Differential rotation in fully convective stars
Abstract
Under the assumption of thermal wind balance and effective entropy mixing in constant rotation surfaces, the isorotational contours of the solar convective zone may be reproduced with great fidelity. Even at this early stage of development, this helioseismology fit may be used to put a lower bound on the midlatitude radial solar entropy gradient, which is in good accord with standard mixing length theory. In this paper, we generalize this solar calculation to fully convective stars (and potentially planets), retaining the assumptions of thermal wind balance and effective entropy mixing in isorotational surfaces. It is found that each isorotation contour is of the form R^{2} = A + BΦ(r), where R is the radius from the rotation axis, Φ(r) is the (assumed spherical) gravitational potential, and A and B are constants along the contour. This result is applied to simple models of fully convective stars. Both solarlike surface rotation profiles (angular velocity decreasing toward the poles) as well as `antisolar' profiles (angular velocity increasing toward the poles) are modelled; the latter bear some suggestive resemblance to numerical simulations. We also perform exploratory studies of zonal surface flows similar to those seen in Jupiter and Saturn. In addition to providing a practical framework for understanding the results of largescale numerical simulations, our findings may also prove useful in dynamical calculations for which a simple but viable model for the background rotation profile in a convecting fluid is needed. Finally, our work bears directly on an important goal of the CoRoT programme: to elucidate the internal structure of rotating, convecting stars.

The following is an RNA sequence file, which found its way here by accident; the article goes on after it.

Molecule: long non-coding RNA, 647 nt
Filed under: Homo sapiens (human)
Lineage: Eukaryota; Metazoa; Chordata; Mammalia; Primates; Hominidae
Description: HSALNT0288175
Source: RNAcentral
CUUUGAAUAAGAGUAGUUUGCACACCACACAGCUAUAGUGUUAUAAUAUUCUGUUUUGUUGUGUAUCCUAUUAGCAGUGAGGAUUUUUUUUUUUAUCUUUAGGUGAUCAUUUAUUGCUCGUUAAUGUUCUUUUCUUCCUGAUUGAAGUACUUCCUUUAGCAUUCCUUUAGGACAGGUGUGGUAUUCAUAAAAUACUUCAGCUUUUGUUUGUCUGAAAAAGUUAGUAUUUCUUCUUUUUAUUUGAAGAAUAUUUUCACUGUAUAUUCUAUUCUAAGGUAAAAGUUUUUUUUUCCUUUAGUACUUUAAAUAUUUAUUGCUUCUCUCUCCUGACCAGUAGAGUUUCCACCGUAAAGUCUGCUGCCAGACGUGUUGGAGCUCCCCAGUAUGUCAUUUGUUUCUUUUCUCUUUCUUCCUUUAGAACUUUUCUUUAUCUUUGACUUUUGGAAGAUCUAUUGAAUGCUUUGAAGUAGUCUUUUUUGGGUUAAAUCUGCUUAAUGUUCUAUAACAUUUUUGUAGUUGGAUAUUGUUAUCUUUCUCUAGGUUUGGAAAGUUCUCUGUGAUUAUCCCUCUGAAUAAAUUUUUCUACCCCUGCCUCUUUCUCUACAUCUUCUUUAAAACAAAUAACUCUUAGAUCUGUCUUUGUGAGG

Publication:

Monthly Notices of the Royal Astronomical Society
 Pub Date:
 May 2010
 DOI:
 10.1111/j.13652966.2010.16380.x
 arXiv:
 arXiv:1001.3542
 Bibcode:
 2010MNRAS.404.1263B
 Keywords:

 convection;
 hydrodynamics;
 Sun: helioseismology;
 Sun: rotation;
 stars: rotation;
 Astrophysics  Solar and Stellar Astrophysics
 EPrint:
 21 pages, 20 figures. Accepted for publication in MNRAS